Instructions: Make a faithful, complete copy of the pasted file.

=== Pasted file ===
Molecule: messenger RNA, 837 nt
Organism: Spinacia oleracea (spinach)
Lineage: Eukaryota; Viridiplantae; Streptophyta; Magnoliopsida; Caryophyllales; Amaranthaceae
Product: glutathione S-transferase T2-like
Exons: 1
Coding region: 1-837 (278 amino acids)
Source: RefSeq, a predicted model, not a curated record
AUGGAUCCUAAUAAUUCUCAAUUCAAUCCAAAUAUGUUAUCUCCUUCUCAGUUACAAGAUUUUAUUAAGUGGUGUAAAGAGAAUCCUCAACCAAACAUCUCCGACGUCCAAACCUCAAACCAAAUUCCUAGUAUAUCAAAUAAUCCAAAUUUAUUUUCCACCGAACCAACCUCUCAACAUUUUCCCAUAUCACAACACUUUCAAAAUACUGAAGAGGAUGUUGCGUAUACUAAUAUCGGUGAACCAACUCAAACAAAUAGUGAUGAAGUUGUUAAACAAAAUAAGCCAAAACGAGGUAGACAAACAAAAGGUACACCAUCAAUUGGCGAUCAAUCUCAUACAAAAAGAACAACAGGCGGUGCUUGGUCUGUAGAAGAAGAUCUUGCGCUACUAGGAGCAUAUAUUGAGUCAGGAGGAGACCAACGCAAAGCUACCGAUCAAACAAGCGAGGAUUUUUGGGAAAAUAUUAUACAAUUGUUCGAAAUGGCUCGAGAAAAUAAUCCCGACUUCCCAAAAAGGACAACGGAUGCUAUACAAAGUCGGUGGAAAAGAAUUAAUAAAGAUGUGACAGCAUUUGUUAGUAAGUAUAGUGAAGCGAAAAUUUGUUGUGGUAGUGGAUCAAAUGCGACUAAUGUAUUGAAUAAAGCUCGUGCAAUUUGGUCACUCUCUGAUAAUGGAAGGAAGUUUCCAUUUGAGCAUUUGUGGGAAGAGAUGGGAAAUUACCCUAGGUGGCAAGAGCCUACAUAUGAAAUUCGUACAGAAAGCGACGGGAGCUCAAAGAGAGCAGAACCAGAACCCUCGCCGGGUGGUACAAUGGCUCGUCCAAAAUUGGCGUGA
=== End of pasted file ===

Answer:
Molecule: messenger RNA, 837 nt
Organism: Spinacia oleracea (spinach)
Lineage: Eukaryota; Viridiplantae; Streptophyta; Magnoliopsida; Caryophyllales; Amaranthaceae
Product: glutathione S-transferase T2-like
Exons: 1
Coding region: 1-837 (278 amino acids)
Source: RefSeq, a predicted model, not a curated record
AUGGAUCCUAAUAAUUCUCAAUUCAAUCCAAAUAUGUUAUCUCCUUCUCAGUUACAAGAUUUUAUUAAGUGGUGUAAAGAGAAUCCUCAACCAAACAUCUCCGACGUCCAAACCUCAAACCAAAUUCCUAGUAUAUCAAAUAAUCCAAAUUUAUUUUCCACCGAACCAACCUCUCAACAUUUUCCCAUAUCACAACACUUUCAAAAUACUGAAGAGGAUGUUGCGUAUACUAAUAUCGGUGAACCAACUCAAACAAAUAGUGAUGAAGUUGUUAAACAAAAUAAGCCAAAACGAGGUAGACAAACAAAAGGUACACCAUCAAUUGGCGAUCAAUCUCAUACAAAAAGAACAACAGGCGGUGCUUGGUCUGUAGAAGAAGAUCUUGCGCUACUAGGAGCAUAUAUUGAGUCAGGAGGAGACCAACGCAAAGCUACCGAUCAAACAAGCGAGGAUUUUUGGGAAAAUAUUAUACAAUUGUUCGAAAUGGCUCGAGAAAAUAAUCCCGACUUCCCAAAAAGGACAACGGAUGCUAUACAAAGUCGGUGGAAAAGAAUUAAUAAAGAUGUGACAGCAUUUGUUAGUAAGUAUAGUGAAGCGAAAAUUUGUUGUGGUAGUGGAUCAAAUGCGACUAAUGUAUUGAAUAAAGCUCGUGCAAUUUGGUCACUCUCUGAUAAUGGAAGGAAGUUUCCAUUUGAGCAUUUGUGGGAAGAGAUGGGAAAUUACCCUAGGUGGCAAGAGCCUACAUAUGAAAUUCGUACAGAAAGCGACGGGAGCUCAAAGAGAGCAGAACCAGAACCCUCGCCGGGUGGUACAAUGGCUCGUCCAAAAUUGGCGUGA